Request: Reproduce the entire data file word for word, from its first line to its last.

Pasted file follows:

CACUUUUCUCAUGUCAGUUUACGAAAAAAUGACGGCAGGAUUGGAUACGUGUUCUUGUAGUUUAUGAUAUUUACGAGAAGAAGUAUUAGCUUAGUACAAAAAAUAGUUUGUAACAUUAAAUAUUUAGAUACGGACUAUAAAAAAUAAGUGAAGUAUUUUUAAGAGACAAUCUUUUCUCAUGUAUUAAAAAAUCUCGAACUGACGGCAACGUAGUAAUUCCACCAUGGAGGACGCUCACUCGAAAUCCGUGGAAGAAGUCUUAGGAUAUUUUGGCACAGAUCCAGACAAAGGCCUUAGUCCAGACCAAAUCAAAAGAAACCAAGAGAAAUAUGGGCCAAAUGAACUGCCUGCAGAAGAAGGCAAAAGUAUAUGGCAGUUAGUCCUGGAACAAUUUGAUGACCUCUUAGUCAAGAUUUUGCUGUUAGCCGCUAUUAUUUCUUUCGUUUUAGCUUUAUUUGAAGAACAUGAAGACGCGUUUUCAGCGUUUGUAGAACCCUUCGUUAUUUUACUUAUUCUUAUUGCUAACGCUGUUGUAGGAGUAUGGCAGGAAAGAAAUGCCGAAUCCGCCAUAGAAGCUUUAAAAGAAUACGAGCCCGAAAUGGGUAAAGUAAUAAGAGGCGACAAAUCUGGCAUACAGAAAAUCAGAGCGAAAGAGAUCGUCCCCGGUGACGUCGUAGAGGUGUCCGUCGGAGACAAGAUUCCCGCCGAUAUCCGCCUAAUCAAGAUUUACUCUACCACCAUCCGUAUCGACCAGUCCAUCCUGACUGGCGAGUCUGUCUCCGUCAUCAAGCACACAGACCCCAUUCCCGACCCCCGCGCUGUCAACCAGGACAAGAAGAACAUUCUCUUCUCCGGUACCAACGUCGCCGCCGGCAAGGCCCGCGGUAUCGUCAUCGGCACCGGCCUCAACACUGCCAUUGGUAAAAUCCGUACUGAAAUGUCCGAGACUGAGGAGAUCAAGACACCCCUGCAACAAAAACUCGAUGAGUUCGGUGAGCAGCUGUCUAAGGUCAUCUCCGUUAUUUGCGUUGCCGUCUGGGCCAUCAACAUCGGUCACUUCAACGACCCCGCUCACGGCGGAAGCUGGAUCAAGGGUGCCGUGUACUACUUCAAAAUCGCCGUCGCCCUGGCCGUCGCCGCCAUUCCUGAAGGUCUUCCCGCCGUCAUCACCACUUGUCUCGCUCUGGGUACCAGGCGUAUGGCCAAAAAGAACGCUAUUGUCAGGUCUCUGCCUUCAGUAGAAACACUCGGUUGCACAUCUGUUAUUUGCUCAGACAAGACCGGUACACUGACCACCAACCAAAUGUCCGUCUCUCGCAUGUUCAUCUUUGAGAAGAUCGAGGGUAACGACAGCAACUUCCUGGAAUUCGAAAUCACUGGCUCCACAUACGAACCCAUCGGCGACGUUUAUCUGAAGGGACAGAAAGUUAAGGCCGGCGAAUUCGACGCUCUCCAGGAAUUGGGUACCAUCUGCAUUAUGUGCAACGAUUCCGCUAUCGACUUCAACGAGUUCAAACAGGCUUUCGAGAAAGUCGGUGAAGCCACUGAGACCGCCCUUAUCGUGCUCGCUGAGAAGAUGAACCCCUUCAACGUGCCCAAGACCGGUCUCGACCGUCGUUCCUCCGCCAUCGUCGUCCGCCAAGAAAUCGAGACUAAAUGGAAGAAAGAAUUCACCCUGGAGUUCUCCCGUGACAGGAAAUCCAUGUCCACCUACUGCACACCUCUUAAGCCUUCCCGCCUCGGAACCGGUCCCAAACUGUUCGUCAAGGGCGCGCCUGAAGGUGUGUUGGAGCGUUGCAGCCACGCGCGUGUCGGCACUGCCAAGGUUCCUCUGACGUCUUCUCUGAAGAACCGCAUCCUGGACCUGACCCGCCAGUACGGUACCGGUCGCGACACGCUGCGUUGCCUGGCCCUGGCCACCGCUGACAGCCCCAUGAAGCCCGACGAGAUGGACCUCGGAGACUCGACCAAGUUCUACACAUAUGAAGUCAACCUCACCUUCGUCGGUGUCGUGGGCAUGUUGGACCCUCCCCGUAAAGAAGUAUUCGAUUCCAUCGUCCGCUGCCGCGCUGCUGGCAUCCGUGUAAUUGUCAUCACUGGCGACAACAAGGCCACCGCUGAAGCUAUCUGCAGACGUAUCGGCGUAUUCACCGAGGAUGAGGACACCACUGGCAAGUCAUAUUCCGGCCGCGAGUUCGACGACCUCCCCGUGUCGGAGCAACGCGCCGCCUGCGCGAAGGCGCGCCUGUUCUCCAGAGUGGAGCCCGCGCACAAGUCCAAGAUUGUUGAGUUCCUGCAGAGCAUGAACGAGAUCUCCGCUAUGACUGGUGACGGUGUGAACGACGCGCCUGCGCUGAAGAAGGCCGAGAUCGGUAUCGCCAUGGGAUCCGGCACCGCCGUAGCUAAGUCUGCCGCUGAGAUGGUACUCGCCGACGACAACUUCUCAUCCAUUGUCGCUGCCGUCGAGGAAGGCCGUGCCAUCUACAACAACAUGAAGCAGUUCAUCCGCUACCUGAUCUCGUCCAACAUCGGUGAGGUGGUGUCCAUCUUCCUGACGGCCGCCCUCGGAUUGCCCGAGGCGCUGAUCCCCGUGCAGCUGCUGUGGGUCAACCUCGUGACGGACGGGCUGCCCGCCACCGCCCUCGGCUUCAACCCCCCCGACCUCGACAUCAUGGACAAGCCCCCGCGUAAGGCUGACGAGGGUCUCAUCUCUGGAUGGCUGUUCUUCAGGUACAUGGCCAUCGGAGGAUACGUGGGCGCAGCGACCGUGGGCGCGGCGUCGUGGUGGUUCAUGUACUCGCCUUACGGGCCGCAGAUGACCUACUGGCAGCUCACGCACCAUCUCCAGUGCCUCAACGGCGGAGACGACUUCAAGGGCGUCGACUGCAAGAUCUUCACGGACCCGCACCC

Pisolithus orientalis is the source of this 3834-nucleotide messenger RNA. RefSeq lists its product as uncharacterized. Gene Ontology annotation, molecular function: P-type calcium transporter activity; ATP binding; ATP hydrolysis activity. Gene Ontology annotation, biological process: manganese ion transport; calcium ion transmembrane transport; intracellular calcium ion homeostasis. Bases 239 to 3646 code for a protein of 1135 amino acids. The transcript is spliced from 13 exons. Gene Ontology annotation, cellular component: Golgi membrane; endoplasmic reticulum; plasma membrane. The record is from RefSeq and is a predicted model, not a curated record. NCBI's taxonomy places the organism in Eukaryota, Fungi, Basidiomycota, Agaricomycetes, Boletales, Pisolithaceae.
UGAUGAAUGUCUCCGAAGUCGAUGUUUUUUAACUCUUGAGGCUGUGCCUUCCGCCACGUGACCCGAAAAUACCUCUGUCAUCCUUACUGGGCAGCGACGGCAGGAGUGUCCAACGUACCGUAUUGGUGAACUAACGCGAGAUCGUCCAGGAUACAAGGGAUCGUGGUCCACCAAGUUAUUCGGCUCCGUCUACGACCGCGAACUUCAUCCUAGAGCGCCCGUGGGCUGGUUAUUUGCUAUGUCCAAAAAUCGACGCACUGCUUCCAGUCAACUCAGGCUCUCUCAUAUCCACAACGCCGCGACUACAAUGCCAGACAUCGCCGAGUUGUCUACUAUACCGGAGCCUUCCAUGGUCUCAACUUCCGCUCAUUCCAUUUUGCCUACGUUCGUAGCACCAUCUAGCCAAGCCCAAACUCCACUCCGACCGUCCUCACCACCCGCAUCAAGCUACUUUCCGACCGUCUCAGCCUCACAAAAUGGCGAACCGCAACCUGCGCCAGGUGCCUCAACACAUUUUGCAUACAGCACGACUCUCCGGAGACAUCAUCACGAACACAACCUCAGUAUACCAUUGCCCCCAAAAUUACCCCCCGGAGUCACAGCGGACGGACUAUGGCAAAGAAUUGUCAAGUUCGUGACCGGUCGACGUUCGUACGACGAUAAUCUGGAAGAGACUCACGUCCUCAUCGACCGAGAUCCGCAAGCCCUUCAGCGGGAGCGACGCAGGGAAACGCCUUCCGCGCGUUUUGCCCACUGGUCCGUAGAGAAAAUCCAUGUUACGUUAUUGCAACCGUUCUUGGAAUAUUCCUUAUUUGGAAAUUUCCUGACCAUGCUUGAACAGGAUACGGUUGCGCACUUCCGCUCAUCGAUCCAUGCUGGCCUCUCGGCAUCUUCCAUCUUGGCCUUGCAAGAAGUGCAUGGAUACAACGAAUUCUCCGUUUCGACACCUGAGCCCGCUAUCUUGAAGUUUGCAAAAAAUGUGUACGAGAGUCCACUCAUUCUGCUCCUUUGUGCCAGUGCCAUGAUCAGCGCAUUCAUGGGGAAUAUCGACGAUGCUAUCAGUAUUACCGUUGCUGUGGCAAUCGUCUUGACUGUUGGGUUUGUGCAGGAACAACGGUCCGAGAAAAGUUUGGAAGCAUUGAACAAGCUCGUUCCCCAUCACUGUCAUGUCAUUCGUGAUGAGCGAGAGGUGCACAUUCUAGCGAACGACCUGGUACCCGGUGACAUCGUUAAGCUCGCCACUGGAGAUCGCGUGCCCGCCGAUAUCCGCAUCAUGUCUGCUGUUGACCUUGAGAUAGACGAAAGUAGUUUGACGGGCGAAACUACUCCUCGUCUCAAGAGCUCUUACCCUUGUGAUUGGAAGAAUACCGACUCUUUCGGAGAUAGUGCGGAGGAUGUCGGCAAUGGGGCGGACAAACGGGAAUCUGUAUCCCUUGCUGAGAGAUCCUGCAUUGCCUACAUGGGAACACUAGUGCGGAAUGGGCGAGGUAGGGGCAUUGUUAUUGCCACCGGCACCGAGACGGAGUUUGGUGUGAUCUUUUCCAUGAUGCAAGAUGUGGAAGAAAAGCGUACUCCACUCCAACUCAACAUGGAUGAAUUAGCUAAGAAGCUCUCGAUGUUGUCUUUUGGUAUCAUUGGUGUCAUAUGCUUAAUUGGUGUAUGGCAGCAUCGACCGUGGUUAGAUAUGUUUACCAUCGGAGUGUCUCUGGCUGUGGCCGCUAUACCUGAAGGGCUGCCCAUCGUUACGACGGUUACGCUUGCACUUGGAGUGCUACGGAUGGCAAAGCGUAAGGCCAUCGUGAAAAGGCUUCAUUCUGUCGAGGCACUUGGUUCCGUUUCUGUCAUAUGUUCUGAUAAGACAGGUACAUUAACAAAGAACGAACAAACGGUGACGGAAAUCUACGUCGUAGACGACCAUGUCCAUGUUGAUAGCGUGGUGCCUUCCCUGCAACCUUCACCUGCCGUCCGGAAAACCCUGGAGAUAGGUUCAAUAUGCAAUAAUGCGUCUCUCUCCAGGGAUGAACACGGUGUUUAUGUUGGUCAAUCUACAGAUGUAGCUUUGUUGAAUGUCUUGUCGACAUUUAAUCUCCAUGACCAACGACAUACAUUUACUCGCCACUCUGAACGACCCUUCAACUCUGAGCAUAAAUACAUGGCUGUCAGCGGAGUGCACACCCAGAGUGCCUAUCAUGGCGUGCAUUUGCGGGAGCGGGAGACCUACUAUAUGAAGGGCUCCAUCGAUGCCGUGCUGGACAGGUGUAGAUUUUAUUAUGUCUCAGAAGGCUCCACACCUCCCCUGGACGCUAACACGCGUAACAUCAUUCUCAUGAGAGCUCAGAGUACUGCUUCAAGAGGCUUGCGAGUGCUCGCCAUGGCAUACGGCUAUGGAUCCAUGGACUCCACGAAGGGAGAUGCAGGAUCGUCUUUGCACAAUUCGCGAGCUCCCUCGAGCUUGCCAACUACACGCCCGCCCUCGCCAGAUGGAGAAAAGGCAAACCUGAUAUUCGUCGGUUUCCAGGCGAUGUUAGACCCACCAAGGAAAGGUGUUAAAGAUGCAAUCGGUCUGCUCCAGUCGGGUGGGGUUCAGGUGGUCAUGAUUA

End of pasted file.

CACUUUUCUCAUGUCAGUUUACGAAAAAAUGACGGCAGGAUUGGAUACGUGUUCUUGUAGUUUAUGAUAUUUACGAGAAGAAGUAUUAGCUUAGUACAAAAAAUAGUUUGUAACAUUAAAUAUUUAGAUACGGACUAUAAAAAAUAAGUGAAGUAUUUUUAAGAGACAAUCUUUUCUCAUGUAUUAAAAAAUCUCGAACUGACGGCAACGUAGUAAUUCCACCAUGGAGGACGCUCACUCGAAAUCCGUGGAAGAAGUCUUAGGAUAUUUUGGCACAGAUCCAGACAAAGGCCUUAGUCCAGACCAAAUCAAAAGAAACCAAGAGAAAUAUGGGCCAAAUGAACUGCCUGCAGAAGAAGGCAAAAGUAUAUGGCAGUUAGUCCUGGAACAAUUUGAUGACCUCUUAGUCAAGAUUUUGCUGUUAGCCGCUAUUAUUUCUUUCGUUUUAGCUUUAUUUGAAGAACAUGAAGACGCGUUUUCAGCGUUUGUAGAACCCUUCGUUAUUUUACUUAUUCUUAUUGCUAACGCUGUUGUAGGAGUAUGGCAGGAAAGAAAUGCCGAAUCCGCCAUAGAAGCUUUAAAAGAAUACGAGCCCGAAAUGGGUAAAGUAAUAAGAGGCGACAAAUCUGGCAUACAGAAAAUCAGAGCGAAAGAGAUCGUCCCCGGUGACGUCGUAGAGGUGUCCGUCGGAGACAAGAUUCCCGCCGAUAUCCGCCUAAUCAAGAUUUACUCUACCACCAUCCGUAUCGACCAGUCCAUCCUGACUGGCGAGUCUGUCUCCGUCAUCAAGCACACAGACCCCAUUCCCGACCCCCGCGCUGUCAACCAGGACAAGAAGAACAUUCUCUUCUCCGGUACCAACGUCGCCGCCGGCAAGGCCCGCGGUAUCGUCAUCGGCACCGGCCUCAACACUGCCAUUGGUAAAAUCCGUACUGAAAUGUCCGAGACUGAGGAGAUCAAGACACCCCUGCAACAAAAACUCGAUGAGUUCGGUGAGCAGCUGUCUAAGGUCAUCUCCGUUAUUUGCGUUGCCGUCUGGGCCAUCAACAUCGGUCACUUCAACGACCCCGCUCACGGCGGAAGCUGGAUCAAGGGUGCCGUGUACUACUUCAAAAUCGCCGUCGCCCUGGCCGUCGCCGCCAUUCCUGAAGGUCUUCCCGCCGUCAUCACCACUUGUCUCGCUCUGGGUACCAGGCGUAUGGCCAAAAAGAACGCUAUUGUCAGGUCUCUGCCUUCAGUAGAAACACUCGGUUGCACAUCUGUUAUUUGCUCAGACAAGACCGGUACACUGACCACCAACCAAAUGUCCGUCUCUCGCAUGUUCAUCUUUGAGAAGAUCGAGGGUAACGACAGCAACUUCCUGGAAUUCGAAAUCACUGGCUCCACAUACGAACCCAUCGGCGACGUUUAUCUGAAGGGACAGAAAGUUAAGGCCGGCGAAUUCGACGCUCUCCAGGAAUUGGGUACCAUCUGCAUUAUGUGCAACGAUUCCGCUAUCGACUUCAACGAGUUCAAACAGGCUUUCGAGAAAGUCGGUGAAGCCACUGAGACCGCCCUUAUCGUGCUCGCUGAGAAGAUGAACCCCUUCAACGUGCCCAAGACCGGUCUCGACCGUCGUUCCUCCGCCAUCGUCGUCCGCCAAGAAAUCGAGACUAAAUGGAAGAAAGAAUUCACCCUGGAGUUCUCCCGUGACAGGAAAUCCAUGUCCACCUACUGCACACCUCUUAAGCCUUCCCGCCUCGGAACCGGUCCCAAACUGUUCGUCAAGGGCGCGCCUGAAGGUGUGUUGGAGCGUUGCAGCCACGCGCGUGUCGGCACUGCCAAGGUUCCUCUGACGUCUUCUCUGAAGAACCGCAUCCUGGACCUGACCCGCCAGUACGGUACCGGUCGCGACACGCUGCGUUGCCUGGCCCUGGCCACCGCUGACAGCCCCAUGAAGCCCGACGAGAUGGACCUCGGAGACUCGACCAAGUUCUACACAUAUGAAGUCAACCUCACCUUCGUCGGUGUCGUGGGCAUGUUGGACCCUCCCCGUAAAGAAGUAUUCGAUUCCAUCGUCCGCUGCCGCGCUGCUGGCAUCCGUGUAAUUGUCAUCACUGGCGACAACAAGGCCACCGCUGAAGCUAUCUGCAGACGUAUCGGCGUAUUCACCGAGGAUGAGGACACCACUGGCAAGUCAUAUUCCGGCCGCGAGUUCGACGACCUCCCCGUGUCGGAGCAACGCGCCGCCUGCGCGAAGGCGCGCCUGUUCUCCAGAGUGGAGCCCGCGCACAAGUCCAAGAUUGUUGAGUUCCUGCAGAGCAUGAACGAGAUCUCCGCUAUGACUGGUGACGGUGUGAACGACGCGCCUGCGCUGAAGAAGGCCGAGAUCGGUAUCGCCAUGGGAUCCGGCACCGCCGUAGCUAAGUCUGCCGCUGAGAUGGUACUCGCCGACGACAACUUCUCAUCCAUUGUCGCUGCCGUCGAGGAAGGCCGUGCCAUCUACAACAACAUGAAGCAGUUCAUCCGCUACCUGAUCUCGUCCAACAUCGGUGAGGUGGUGUCCAUCUUCCUGACGGCCGCCCUCGGAUUGCCCGAGGCGCUGAUCCCCGUGCAGCUGCUGUGGGUCAACCUCGUGACGGACGGGCUGCCCGCCACCGCCCUCGGCUUCAACCCCCCCGACCUCGACAUCAUGGACAAGCCCCCGCGUAAGGCUGACGAGGGUCUCAUCUCUGGAUGGCUGUUCUUCAGGUACAUGGCCAUCGGAGGAUACGUGGGCGCAGCGACCGUGGGCGCGGCGUCGUGGUGGUUCAUGUACUCGCCUUACGGGCCGCAGAUGACCUACUGGCAGCUCACGCACCAUCUCCAGUGCCUCAACGGCGGAGACGACUUCAAGGGCGUCGACUGCAAGAUCUUCACGGACCCGCACCC

Pisolithus orientalis is the source of this 3834-nucleotide messenger RNA. RefSeq lists its product as uncharacterized. Gene Ontology annotation, molecular function: P-type calcium transporter activity; ATP binding; ATP hydrolysis activity. Gene Ontology annotation, biological process: manganese ion transport; calcium ion transmembrane transport; intracellular calcium ion homeostasis. Bases 239 to 3646 code for a protein of 1135 amino acids. The transcript is spliced from 13 exons. Gene Ontology annotation, cellular component: Golgi membrane; endoplasmic reticulum; plasma membrane. The record is from RefSeq and is a predicted model, not a curated record. NCBI's taxonomy places the organism in Eukaryota, Fungi, Basidiomycota, Agaricomycetes, Boletales, Pisolithaceae.
UGAUGAAUGUCUCCGAAGUCGAUGUUUUUUAACUCUUGAGGCUGUGCCUUCCGCCACGUGACCCGAAAAUACCUCUGUCAUCCUUACUGGGCAGCGACGGCAGGAGUGUCCAACGUACCGUAUUGGUGAACUAACGCGAGAUCGUCCAGGAUACAAGGGAUCGUGGUCCACCAAGUUAUUCGGCUCCGUCUACGACCGCGAACUUCAUCCUAGAGCGCCCGUGGGCUGGUUAUUUGCUAUGUCCAAAAAUCGACGCACUGCUUCCAGUCAACUCAGGCUCUCUCAUAUCCACAACGCCGCGACUACAAUGCCAGACAUCGCCGAGUUGUCUACUAUACCGGAGCCUUCCAUGGUCUCAACUUCCGCUCAUUCCAUUUUGCCUACGUUCGUAGCACCAUCUAGCCAAGCCCAAACUCCACUCCGACCGUCCUCACCACCCGCAUCAAGCUACUUUCCGACCGUCUCAGCCUCACAAAAUGGCGAACCGCAACCUGCGCCAGGUGCCUCAACACAUUUUGCAUACAGCACGACUCUCCGGAGACAUCAUCACGAACACAACCUCAGUAUACCAUUGCCCCCAAAAUUACCCCCCGGAGUCACAGCGGACGGACUAUGGCAAAGAAUUGUCAAGUUCGUGACCGGUCGACGUUCGUACGACGAUAAUCUGGAAGAGACUCACGUCCUCAUCGACCGAGAUCCGCAAGCCCUUCAGCGGGAGCGACGCAGGGAAACGCCUUCCGCGCGUUUUGCCCACUGGUCCGUAGAGAAAAUCCAUGUUACGUUAUUGCAACCGUUCUUGGAAUAUUCCUUAUUUGGAAAUUUCCUGACCAUGCUUGAACAGGAUACGGUUGCGCACUUCCGCUCAUCGAUCCAUGCUGGCCUCUCGGCAUCUUCCAUCUUGGCCUUGCAAGAAGUGCAUGGAUACAACGAAUUCUCCGUUUCGACACCUGAGCCCGCUAUCUUGAAGUUUGCAAAAAAUGUGUACGAGAGUCCACUCAUUCUGCUCCUUUGUGCCAGUGCCAUGAUCAGCGCAUUCAUGGGGAAUAUCGACGAUGCUAUCAGUAUUACCGUUGCUGUGGCAAUCGUCUUGACUGUUGGGUUUGUGCAGGAACAACGGUCCGAGAAAAGUUUGGAAGCAUUGAACAAGCUCGUUCCCCAUCACUGUCAUGUCAUUCGUGAUGAGCGAGAGGUGCACAUUCUAGCGAACGACCUGGUACCCGGUGACAUCGUUAAGCUCGCCACUGGAGAUCGCGUGCCCGCCGAUAUCCGCAUCAUGUCUGCUGUUGACCUUGAGAUAGACGAAAGUAGUUUGACGGGCGAAACUACUCCUCGUCUCAAGAGCUCUUACCCUUGUGAUUGGAAGAAUACCGACUCUUUCGGAGAUAGUGCGGAGGAUGUCGGCAAUGGGGCGGACAAACGGGAAUCUGUAUCCCUUGCUGAGAGAUCCUGCAUUGCCUACAUGGGAACACUAGUGCGGAAUGGGCGAGGUAGGGGCAUUGUUAUUGCCACCGGCACCGAGACGGAGUUUGGUGUGAUCUUUUCCAUGAUGCAAGAUGUGGAAGAAAAGCGUACUCCACUCCAACUCAACAUGGAUGAAUUAGCUAAGAAGCUCUCGAUGUUGUCUUUUGGUAUCAUUGGUGUCAUAUGCUUAAUUGGUGUAUGGCAGCAUCGACCGUGGUUAGAUAUGUUUACCAUCGGAGUGUCUCUGGCUGUGGCCGCUAUACCUGAAGGGCUGCCCAUCGUUACGACGGUUACGCUUGCACUUGGAGUGCUACGGAUGGCAAAGCGUAAGGCCAUCGUGAAAAGGCUUCAUUCUGUCGAGGCACUUGGUUCCGUUUCUGUCAUAUGUUCUGAUAAGACAGGUACAUUAACAAAGAACGAACAAACGGUGACGGAAAUCUACGUCGUAGACGACCAUGUCCAUGUUGAUAGCGUGGUGCCUUCCCUGCAACCUUCACCUGCCGUCCGGAAAACCCUGGAGAUAGGUUCAAUAUGCAAUAAUGCGUCUCUCUCCAGGGAUGAACACGGUGUUUAUGUUGGUCAAUCUACAGAUGUAGCUUUGUUGAAUGUCUUGUCGACAUUUAAUCUCCAUGACCAACGACAUACAUUUACUCGCCACUCUGAACGACCCUUCAACUCUGAGCAUAAAUACAUGGCUGUCAGCGGAGUGCACACCCAGAGUGCCUAUCAUGGCGUGCAUUUGCGGGAGCGGGAGACCUACUAUAUGAAGGGCUCCAUCGAUGCCGUGCUGGACAGGUGUAGAUUUUAUUAUGUCUCAGAAGGCUCCACACCUCCCCUGGACGCUAACACGCGUAACAUCAUUCUCAUGAGAGCUCAGAGUACUGCUUCAAGAGGCUUGCGAGUGCUCGCCAUGGCAUACGGCUAUGGAUCCAUGGACUCCACGAAGGGAGAUGCAGGAUCGUCUUUGCACAAUUCGCGAGCUCCCUCGAGCUUGCCAACUACACGCCCGCCCUCGCCAGAUGGAGAAAAGGCAAACCUGAUAUUCGUCGGUUUCCAGGCGAUGUUAGACCCACCAAGGAAAGGUGUUAAAGAUGCAAUCGGUCUGCUCCAGUCGGGUGGGGUUCAGGUGGUCAUGAUUA